Analysts Boggled by Copper’s Run: Crazy, Nuts, Unsustainableby and
‘Speculators are running away with the market,’ Bain says
Copper soared and then quickly collapsed within minutes
The copper market went haywire this week, leaving analysts voicing shock over a rally that seemed to have few fundamental reasons.
Explanations range from an influx of Chinese speculation, Donald’s Trump’s promise to spend more on U.S. infrastructure to falling stockpiles and bullish forecasts from mining executives during LME Week. Still, analysts say that’s not enough to justify a rally that at one point pushed copper prices above $6,000 a ton.
“It’s crazy, it’s nuts and it’s not sustainable,” Daniel Briesemann, an analyst at Commerzbank AG in Frankfurt, said by phone. “Nothing that’s happened can explain why copper’s shot up by $1,000 in a week.”
Briesemann said he expects a “sharp correction” to happen soon, with prices falling at least 10 percent. That may be underway.
The metal was up as much as 7.6 percent during the London morning. Then, within minutes prices suddenly collapsed in the afternoon. The metal was down 1 percent to $5,545 a ton as of 5:32 p.m. local time.
Still, copper is still up 11 percent for the week, the most since 2011.
The consensus among analysts is that prices aren’t supported by fundamentals. Global refined output will exceed demand by 420,000 tons next year, the biggest surplus in eight years and up from 110,000 tons this year, London-based researcher CRU Group said earlier this month.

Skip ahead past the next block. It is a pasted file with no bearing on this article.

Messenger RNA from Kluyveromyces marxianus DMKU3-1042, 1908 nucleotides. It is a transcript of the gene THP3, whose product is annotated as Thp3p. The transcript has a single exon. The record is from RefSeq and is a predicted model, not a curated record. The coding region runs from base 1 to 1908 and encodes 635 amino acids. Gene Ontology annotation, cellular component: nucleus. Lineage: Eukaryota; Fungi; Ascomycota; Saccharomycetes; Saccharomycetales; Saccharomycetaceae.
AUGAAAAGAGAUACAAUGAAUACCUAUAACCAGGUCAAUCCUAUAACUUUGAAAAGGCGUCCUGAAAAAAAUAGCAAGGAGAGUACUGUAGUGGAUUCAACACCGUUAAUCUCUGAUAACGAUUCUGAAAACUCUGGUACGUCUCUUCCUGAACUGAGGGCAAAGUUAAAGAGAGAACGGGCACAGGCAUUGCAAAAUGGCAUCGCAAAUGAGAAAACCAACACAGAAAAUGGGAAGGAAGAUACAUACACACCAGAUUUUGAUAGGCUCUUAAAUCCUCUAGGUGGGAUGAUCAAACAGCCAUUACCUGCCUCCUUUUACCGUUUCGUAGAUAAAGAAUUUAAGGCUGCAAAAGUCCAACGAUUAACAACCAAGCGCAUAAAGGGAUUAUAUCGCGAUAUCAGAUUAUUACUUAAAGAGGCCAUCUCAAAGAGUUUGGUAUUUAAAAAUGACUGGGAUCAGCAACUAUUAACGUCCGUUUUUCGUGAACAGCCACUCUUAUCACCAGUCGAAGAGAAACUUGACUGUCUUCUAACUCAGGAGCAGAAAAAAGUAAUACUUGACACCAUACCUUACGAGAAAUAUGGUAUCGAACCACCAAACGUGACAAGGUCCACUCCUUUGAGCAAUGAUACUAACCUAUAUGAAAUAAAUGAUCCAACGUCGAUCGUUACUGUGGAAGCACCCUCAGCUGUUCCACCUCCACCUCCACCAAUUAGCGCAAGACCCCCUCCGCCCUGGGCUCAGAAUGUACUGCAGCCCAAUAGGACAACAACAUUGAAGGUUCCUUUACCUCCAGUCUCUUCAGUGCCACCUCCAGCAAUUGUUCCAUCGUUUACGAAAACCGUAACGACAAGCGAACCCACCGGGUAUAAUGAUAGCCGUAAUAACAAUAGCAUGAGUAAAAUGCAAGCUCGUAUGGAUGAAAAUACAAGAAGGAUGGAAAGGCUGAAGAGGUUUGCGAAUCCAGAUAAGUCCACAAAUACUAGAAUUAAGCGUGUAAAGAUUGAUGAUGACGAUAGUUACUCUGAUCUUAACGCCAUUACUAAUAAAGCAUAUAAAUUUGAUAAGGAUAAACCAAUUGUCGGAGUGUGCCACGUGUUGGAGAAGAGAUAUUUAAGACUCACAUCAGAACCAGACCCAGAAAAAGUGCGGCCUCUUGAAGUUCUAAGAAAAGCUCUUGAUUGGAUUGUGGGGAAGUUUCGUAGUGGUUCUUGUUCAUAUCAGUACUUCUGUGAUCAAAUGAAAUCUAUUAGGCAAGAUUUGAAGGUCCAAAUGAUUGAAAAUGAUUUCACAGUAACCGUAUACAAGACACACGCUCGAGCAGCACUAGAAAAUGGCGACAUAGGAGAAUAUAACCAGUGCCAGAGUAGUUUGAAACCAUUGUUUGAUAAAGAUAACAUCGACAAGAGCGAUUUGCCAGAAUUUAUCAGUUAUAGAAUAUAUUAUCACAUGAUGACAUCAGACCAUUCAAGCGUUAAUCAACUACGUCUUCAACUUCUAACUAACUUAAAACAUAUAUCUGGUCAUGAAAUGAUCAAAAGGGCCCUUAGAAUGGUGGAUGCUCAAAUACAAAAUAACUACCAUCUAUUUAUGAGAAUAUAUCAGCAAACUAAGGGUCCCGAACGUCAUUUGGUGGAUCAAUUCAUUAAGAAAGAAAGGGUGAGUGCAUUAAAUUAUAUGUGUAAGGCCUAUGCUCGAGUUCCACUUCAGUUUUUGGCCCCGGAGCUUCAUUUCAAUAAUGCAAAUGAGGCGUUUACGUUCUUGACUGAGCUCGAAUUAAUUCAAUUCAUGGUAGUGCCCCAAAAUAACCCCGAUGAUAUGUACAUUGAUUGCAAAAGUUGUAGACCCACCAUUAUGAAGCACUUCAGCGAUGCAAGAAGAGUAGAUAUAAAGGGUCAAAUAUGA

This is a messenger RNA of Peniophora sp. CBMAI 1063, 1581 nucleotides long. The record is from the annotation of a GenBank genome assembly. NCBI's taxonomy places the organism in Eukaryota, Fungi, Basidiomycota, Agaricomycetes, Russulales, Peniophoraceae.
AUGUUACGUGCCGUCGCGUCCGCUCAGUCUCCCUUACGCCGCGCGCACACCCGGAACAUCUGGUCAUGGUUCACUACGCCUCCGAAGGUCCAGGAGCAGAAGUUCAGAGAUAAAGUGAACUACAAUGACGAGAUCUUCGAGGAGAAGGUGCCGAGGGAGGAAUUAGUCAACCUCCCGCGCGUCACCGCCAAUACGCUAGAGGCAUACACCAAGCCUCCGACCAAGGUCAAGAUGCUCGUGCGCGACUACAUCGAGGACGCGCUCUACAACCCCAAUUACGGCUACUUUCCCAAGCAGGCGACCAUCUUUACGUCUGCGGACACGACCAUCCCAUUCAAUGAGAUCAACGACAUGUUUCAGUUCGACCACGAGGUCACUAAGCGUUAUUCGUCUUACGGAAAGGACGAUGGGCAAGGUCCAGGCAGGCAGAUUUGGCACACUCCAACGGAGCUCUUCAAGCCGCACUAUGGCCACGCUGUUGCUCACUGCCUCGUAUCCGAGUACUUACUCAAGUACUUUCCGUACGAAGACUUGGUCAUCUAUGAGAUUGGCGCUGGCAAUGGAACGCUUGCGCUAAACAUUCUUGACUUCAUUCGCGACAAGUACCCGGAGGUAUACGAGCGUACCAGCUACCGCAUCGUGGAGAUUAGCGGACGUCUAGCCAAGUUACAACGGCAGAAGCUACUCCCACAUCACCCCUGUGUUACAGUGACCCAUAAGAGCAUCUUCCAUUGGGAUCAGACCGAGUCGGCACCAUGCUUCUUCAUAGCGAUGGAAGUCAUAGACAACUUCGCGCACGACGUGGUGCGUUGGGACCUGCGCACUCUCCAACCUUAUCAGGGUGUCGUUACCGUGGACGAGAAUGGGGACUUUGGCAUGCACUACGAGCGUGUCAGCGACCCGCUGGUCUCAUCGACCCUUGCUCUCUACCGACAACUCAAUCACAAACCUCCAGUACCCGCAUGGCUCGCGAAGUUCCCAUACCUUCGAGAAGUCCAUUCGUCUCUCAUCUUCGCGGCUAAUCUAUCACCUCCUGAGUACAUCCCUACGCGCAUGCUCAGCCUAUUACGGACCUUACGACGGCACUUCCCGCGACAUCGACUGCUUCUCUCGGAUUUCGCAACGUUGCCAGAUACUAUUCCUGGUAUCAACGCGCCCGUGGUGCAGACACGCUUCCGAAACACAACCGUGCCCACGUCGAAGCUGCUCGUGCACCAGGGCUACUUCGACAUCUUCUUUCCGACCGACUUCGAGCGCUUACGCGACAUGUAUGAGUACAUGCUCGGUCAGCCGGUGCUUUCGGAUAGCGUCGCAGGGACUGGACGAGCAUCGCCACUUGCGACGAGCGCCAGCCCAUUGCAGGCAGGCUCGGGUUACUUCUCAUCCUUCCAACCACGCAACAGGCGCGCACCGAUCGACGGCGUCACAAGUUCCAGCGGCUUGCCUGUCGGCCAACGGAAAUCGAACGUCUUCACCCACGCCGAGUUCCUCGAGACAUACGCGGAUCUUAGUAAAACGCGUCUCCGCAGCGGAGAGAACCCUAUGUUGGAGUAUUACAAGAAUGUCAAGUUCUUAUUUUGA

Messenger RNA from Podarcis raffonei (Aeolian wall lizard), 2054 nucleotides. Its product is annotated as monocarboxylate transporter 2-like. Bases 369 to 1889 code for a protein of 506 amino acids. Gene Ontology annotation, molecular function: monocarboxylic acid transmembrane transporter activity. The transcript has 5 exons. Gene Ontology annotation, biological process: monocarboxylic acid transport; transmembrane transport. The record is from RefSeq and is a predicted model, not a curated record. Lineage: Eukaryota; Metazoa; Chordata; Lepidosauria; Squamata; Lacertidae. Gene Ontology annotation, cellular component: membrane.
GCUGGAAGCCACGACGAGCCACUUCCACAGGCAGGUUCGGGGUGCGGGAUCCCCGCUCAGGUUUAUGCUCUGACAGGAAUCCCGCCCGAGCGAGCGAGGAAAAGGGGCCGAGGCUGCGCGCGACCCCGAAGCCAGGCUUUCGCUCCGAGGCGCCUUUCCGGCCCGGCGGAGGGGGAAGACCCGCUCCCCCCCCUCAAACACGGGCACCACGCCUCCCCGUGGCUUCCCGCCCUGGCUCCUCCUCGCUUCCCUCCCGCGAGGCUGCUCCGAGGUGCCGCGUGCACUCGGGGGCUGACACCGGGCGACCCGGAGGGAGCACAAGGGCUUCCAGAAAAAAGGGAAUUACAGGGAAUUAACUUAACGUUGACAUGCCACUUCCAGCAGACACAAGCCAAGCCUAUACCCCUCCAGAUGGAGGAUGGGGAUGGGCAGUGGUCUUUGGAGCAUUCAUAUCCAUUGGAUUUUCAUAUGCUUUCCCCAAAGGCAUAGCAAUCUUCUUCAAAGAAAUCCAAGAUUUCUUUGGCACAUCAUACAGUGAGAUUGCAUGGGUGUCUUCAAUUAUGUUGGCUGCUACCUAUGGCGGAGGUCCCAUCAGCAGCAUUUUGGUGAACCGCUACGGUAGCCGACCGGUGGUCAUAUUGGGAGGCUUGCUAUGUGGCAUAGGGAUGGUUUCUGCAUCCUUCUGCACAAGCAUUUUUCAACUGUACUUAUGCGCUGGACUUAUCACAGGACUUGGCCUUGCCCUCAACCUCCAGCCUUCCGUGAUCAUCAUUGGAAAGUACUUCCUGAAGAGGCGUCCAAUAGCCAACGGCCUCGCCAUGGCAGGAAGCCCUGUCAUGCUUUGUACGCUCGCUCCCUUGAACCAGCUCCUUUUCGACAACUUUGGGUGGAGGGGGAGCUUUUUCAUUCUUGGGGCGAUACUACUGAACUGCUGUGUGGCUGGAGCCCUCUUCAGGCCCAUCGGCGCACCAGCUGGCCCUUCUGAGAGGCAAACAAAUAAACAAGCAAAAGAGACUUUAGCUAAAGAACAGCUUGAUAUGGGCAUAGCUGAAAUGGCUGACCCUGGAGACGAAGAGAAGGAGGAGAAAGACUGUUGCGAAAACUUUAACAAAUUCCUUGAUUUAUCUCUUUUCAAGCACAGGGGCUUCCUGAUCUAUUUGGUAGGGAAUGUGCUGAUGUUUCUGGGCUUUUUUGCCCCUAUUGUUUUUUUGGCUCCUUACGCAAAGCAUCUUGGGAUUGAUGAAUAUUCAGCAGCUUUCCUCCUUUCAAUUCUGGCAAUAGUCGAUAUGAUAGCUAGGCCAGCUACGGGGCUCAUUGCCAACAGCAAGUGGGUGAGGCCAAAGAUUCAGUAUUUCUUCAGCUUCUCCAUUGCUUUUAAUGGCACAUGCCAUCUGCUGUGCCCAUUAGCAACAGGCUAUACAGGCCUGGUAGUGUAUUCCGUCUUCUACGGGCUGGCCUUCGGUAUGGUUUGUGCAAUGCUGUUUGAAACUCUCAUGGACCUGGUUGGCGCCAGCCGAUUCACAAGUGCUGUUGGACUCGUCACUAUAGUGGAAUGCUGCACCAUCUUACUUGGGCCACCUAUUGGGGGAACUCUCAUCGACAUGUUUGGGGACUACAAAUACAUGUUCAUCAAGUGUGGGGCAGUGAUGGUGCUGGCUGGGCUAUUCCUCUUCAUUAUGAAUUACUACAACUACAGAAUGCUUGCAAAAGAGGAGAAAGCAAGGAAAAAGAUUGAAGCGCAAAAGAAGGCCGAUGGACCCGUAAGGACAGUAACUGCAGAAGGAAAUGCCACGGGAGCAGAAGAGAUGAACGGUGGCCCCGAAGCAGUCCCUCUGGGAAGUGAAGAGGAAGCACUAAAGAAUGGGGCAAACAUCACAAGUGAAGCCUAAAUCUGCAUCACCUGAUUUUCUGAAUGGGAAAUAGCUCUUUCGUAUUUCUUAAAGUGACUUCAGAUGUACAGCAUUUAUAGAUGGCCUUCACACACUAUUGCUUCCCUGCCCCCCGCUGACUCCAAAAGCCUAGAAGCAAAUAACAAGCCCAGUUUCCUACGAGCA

“Speculators are running away with the market,” Caroline Bain, an analyst at Capital Economics Ltd. in London, said by phone. “There may not be a crash tomorrow, but we expect prices to drop in the coming weeks.”
An increase in trading fees and margins on Chinese commodities exchanges is prompting speculators to trade copper on the LME, Citigroup analysts including David Wilson wrote in an e-mailed note. The Shanghai Futures Exchange on Thursday raised margin requirements for aluminum and other metals, after trading terms for iron ore, coal and other commodities were tightened by Chinese bourses.
“This is a Chinese game that’s being played out in a new space,” said Andy Pfaff, chief investment officer for commodities at MitonOptimal Group in Cape Town. “It’s a traveling train wreck.”